Wages of Sindh and Nobel Prize

Increasing minimum wage, or even having a minimum wage, actually increases unemployment

Dr Pervez Tahir November 19, 2021
The writer is a senior political economist

Yesterday, PILER brought to Islamabad labour leadership to deliberate on the context and challenges facing workers in order to find a way forward. Here is the context. The award of latest Nobel Memorial Prize in economics has not attracted the attention it normally gets in media and among our economists. Also gone unnoticed is the Sindh High Court dismissal of the employers’ plea against the provincial government decision to fix the minimum wage at Rs25,000, which is above the federally determined level of Rs20,000. Again, no eyebrows have been raised on Sindh government decision to ensure a minimum salary for private school teachers. Our Chicago boys tell us that increasing minimum wage, or even having a minimum wage, actually increases unemployment. Similarly, unemployment benefits encourage those able to work to stop seeking work. In a country where employers “employ” politicians to seek rents and deny workers a minimum wage, and support think-tanks to carry out justificatory research, it is only to be expected. They control the media, too, in setting the agenda. The collateral damage of Covid-19 — the webinars — is no exception. These religiously held notions have been demolished by the evidence presented by a serious academic. His research has won him the Nobel this year.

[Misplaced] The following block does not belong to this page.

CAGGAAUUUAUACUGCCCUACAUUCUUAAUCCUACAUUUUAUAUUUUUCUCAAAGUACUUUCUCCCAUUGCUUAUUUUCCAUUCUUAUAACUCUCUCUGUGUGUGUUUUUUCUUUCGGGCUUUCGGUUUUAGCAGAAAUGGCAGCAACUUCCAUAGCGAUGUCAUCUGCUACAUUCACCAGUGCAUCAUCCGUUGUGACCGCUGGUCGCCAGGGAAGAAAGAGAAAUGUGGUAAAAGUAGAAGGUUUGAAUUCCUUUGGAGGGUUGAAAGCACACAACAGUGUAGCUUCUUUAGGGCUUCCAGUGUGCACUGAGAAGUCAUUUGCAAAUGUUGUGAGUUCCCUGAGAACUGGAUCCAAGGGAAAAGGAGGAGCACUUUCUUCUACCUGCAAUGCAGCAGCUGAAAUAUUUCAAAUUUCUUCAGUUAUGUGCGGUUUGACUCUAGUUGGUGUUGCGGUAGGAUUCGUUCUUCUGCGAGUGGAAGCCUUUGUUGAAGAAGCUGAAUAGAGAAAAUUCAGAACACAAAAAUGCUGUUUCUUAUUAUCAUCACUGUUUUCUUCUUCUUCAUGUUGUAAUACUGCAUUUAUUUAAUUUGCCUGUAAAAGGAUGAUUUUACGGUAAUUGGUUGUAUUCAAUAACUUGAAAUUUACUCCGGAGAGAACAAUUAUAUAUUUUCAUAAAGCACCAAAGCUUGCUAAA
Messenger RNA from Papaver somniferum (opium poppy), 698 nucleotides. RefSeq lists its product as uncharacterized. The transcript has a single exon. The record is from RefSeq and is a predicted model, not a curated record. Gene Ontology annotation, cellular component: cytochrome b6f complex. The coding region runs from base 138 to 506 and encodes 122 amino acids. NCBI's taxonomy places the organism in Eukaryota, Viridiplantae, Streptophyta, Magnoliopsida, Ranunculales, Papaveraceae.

David Card, who shared it with Joshua D Angrist and Guido W Imbens, received it “for his empirical contributions to labour economics”. His outstanding research, conducted jointly with Alan Krueger, related to the impact of minimum wage on employment. They did not theorise, but challenged the received wisdom on the basis of credible evidence from the US states of Pennsylvania and New Jersey. In 1992, the former kept the minimum wage unchanged and the latter increased it. Higher minimum wage, they found, had little effect on employment. Actually, there was some increase. In other words, businesses continued to grow, despite the higher wage cost. In the High Court of Sindh, the employers — big and not so big — peddled the neoliberal line that the minimum wage hike by Sindh government will have “extremely adverse impact even amounting to closure of business”. It will “place the petitioners in most uncompetitive and disadvantageous position”. The honourable court rejected the plea and ordered maintaining the minimum wage at Rs25,000. It went further directing the government to ensure that all unskilled workers, men and women, receive it too. Further, the government was directed to extend the right to minimum wage to the informal sector. While the informal sector waits, as it is not easy to size up and regulate, the Sindh government has acted in another area of neglect. Private schools pay their teachers, particularly women, a pittance. Some are paid as low as Rs5,000 and most below the minimum wage, despite the schools charging fat fees and earning supernormal profits.

After touching the raw nerve of minimum wage in the seminal paper, “Using Regional Variation in Wages to Measure the Effects of the Federal Minimum Wage”, in 1992, Card with Krueger published an expanded version in the book, Myth and Measurement. Card says he then had to stop: “It cost me a lot of friends. People that I had known for many years, for instance, some of the ones I met at my first job at the University of Chicago, became very angry or disappointed. They thought that in publishing our work we were being traitors to the cause of economics as a whole.” There was no stopping the credibility revolution, though. Similar natural experiments dispelled the notion that unemployment benefits disincentivise job search.

Published in The Express Tribune, November 19th, 2021.

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